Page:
Monday, July 26, 2010

Child Immunizations

If you are moving to the UK with children, be sure they are up to date on their shots; and bring a record of their immunizations with you.  We found out the immunization schedule is very very different between the two countries.

Friday, July 16, 2010

More Bank Info

So, when we set up our utilities and satellite, etc. I put everything in my husband's name since he was the one making the money to pay the bills.  Bad idea.  Now, I can't get added to his bank account.  Some (possibly all) banks require you to show some sort of official mail with your name on it in order to prove your residence.  Mail from friends won't work.  Even though my husband already has the account, and all we wanted to do was add me to it, I still have to have something official with my name on it.

My tip of the day is: Set up at least one bill in any name that you'd want to setup a bank account for.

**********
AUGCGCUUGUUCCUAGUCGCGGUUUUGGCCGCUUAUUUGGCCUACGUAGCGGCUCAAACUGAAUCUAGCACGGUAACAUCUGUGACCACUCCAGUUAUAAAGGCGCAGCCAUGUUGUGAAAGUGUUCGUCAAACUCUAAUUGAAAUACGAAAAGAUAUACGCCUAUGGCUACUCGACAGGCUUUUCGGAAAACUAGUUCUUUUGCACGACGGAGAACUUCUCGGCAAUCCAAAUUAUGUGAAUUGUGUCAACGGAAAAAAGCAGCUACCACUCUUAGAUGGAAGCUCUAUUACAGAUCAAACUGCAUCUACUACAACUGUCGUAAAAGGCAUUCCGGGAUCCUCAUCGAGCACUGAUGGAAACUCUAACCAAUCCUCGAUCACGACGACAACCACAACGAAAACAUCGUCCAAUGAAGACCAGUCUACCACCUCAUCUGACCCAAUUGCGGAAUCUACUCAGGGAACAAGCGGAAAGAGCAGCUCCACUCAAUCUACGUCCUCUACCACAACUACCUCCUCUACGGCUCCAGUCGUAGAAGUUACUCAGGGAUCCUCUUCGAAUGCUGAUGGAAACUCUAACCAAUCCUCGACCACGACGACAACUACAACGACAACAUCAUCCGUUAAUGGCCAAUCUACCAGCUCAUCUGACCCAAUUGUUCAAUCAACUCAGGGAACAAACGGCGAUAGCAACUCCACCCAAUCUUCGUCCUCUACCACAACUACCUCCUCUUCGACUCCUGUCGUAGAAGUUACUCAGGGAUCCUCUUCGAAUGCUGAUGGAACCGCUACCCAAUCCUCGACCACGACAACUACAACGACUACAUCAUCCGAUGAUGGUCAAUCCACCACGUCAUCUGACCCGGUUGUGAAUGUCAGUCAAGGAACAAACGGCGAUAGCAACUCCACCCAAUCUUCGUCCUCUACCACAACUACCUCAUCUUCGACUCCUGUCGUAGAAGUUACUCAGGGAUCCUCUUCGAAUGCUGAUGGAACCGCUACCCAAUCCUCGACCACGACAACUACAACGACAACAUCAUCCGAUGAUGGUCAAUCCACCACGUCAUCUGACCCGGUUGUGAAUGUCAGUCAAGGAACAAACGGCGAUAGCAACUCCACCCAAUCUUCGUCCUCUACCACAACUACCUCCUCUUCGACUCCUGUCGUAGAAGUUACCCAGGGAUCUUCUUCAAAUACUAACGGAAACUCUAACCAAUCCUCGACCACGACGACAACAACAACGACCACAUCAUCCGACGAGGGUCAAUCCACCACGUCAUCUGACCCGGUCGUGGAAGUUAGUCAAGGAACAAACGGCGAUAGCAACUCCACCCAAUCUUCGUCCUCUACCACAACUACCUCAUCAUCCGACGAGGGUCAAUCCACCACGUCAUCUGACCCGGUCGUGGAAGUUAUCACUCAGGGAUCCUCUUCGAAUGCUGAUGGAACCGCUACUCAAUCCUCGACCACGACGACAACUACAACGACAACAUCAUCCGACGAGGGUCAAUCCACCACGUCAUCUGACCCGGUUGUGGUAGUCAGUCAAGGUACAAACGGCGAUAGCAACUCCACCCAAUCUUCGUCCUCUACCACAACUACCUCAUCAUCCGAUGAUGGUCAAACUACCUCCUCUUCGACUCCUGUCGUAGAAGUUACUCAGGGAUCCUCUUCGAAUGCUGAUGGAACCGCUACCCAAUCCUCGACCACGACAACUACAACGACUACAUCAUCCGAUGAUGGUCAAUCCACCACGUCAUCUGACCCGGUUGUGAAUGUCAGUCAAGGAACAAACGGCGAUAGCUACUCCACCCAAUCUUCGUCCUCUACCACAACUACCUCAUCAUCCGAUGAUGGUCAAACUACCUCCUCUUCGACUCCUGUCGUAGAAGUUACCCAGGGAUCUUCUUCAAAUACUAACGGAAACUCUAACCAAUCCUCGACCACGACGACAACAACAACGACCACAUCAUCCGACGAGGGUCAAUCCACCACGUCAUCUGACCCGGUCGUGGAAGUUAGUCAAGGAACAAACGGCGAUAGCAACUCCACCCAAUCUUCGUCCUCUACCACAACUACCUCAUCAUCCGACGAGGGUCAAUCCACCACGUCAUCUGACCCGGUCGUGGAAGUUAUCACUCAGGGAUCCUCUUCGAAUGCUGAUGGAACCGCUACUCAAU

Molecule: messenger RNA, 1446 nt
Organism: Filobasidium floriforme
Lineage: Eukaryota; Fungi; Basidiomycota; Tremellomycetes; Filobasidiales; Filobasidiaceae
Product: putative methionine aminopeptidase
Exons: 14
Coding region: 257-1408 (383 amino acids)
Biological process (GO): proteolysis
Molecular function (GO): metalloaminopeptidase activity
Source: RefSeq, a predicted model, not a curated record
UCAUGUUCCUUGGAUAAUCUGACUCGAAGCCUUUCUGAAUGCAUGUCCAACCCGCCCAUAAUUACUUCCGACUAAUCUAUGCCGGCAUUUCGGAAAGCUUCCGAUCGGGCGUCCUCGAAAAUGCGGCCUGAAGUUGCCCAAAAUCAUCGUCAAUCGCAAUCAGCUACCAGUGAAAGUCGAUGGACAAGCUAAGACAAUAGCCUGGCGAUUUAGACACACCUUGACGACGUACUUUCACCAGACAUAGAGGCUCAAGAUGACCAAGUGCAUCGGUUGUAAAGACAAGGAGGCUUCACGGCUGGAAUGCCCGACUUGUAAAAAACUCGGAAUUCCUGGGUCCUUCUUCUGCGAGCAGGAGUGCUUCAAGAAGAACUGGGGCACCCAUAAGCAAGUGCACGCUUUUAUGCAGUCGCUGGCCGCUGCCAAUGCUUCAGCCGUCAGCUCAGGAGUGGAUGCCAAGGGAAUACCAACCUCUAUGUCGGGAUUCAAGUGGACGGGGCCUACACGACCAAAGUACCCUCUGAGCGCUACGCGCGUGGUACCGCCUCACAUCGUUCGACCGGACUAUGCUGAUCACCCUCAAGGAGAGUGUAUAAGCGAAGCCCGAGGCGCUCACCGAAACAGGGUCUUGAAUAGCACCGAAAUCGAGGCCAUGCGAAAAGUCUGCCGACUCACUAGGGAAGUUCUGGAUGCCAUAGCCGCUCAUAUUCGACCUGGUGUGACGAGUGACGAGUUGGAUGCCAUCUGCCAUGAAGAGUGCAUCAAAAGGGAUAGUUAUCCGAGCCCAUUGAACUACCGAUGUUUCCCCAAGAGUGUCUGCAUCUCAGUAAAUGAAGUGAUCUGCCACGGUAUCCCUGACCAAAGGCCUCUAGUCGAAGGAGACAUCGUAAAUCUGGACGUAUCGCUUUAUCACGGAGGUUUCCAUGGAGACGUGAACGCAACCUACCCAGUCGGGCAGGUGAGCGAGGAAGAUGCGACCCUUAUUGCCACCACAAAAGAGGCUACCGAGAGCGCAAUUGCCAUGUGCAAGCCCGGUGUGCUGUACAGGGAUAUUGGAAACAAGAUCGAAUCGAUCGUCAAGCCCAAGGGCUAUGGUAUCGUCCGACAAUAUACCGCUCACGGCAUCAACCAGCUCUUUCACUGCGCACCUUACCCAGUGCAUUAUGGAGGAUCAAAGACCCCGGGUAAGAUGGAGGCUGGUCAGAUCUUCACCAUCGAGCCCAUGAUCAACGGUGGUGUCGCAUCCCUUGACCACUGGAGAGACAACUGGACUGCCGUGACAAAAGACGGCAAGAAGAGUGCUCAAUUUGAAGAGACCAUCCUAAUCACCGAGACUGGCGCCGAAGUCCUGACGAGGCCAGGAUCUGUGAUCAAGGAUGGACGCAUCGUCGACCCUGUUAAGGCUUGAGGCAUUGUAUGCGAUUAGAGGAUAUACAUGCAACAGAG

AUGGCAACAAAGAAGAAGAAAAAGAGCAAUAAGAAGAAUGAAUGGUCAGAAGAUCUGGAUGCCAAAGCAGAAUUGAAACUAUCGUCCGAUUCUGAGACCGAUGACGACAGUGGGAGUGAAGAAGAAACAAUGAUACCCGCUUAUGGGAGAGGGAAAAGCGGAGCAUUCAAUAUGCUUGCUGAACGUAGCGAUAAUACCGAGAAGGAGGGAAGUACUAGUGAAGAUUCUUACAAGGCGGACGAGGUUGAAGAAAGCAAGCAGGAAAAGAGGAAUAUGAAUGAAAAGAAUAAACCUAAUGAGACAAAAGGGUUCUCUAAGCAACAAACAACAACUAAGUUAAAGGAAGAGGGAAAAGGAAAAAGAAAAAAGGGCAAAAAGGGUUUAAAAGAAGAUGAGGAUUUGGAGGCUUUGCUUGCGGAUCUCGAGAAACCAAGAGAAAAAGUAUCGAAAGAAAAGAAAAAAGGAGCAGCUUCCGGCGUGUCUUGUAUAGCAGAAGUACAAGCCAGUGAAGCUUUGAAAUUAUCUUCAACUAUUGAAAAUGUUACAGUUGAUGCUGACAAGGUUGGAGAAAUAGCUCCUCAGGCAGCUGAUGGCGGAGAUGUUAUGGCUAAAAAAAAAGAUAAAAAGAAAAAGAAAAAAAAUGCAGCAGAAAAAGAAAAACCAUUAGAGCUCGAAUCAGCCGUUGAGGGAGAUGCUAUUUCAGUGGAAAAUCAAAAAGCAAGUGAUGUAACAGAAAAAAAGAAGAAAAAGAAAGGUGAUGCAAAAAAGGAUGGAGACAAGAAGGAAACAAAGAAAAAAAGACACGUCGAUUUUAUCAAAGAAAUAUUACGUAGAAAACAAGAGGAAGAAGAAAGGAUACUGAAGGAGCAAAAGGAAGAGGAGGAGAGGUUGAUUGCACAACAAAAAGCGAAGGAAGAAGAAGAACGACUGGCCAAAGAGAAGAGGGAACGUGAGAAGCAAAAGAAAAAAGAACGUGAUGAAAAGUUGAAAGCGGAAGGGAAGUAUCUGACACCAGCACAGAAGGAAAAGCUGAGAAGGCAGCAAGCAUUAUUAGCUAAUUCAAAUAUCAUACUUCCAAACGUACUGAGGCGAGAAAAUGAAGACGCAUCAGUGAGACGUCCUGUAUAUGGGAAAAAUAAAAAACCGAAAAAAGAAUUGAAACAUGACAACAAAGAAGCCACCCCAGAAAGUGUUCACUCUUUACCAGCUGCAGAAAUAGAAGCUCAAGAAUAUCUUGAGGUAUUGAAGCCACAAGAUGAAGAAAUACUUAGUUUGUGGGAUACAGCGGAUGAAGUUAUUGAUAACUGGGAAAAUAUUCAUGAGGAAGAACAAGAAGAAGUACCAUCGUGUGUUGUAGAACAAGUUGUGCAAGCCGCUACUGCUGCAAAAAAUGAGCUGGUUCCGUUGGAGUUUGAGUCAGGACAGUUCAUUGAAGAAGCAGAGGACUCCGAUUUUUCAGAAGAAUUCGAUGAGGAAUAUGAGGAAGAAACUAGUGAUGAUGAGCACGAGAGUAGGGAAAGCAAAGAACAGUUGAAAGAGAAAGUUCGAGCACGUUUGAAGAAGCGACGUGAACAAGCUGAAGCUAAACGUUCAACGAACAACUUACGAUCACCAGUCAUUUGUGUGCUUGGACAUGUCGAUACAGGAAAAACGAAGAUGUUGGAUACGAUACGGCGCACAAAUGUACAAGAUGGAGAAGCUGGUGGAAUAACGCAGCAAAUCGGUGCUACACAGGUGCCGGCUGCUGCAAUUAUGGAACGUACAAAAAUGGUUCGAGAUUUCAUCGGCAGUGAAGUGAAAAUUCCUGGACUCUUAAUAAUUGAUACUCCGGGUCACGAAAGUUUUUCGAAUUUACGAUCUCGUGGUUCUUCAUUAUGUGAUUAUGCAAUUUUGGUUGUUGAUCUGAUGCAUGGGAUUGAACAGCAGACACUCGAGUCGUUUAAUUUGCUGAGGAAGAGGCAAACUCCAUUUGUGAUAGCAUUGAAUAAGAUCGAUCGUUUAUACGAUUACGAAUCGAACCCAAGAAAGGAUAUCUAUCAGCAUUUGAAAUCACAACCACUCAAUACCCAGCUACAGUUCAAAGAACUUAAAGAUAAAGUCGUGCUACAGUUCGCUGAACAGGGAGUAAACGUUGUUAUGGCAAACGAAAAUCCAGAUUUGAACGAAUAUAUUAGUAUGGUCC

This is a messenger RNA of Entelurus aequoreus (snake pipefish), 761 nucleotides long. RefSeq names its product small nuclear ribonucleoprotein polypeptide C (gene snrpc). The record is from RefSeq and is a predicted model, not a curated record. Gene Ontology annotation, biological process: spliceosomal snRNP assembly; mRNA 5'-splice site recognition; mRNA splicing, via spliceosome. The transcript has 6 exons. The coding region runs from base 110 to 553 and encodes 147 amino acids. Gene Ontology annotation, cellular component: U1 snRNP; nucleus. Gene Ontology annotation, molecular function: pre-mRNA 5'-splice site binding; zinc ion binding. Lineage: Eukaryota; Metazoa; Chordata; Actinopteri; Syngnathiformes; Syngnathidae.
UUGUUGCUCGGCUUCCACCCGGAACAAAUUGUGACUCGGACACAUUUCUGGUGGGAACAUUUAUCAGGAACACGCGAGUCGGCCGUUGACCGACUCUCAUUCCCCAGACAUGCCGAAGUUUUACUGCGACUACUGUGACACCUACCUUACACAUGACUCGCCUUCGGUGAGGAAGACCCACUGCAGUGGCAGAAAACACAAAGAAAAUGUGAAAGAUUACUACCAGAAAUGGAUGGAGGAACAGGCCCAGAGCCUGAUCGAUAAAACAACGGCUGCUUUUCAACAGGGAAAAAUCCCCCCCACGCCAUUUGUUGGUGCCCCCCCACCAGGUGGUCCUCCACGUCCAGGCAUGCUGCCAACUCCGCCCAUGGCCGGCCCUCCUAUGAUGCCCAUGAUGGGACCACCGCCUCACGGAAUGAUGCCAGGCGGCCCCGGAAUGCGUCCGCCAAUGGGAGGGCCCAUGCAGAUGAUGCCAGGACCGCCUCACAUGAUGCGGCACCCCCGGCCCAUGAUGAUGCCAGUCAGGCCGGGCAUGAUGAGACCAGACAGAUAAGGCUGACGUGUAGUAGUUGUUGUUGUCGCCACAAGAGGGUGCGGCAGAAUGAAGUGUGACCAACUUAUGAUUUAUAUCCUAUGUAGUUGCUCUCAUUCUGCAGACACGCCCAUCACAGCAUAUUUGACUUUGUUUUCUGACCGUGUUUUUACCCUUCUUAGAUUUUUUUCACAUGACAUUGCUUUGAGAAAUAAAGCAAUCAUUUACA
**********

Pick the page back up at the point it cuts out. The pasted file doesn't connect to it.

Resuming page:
Wednesday, July 7, 2010

Bank Account Success

I obviously can't guarantee this will get you a bank account, but it worked for us. 

First, have your employer call the bank they bank with and make an appointment for you.  Them vouching for you goes a long way.  Expect that getting this appointment may take some time and expect it to get rescheduled possibly more than once.  

Be patient.  Be polite.  Bring what they tell you to.  Don't expect to be able to use your account right away.  It took 3 business days for us to be able to use our account after opening it.  Also, be prepared to have to make another appointment.  The first one they may just tell you what you need and then you'll need another appointment where you bring those things in and actually set up the account.

You might want to try to get your first paycheck in cash, if possible.  You'll have bills that might be waiting for you when you arrive that need to be paid.

What to Bring With You, Part 2

I wrote about this before, but now that I'm here, I'd like to add a few more things.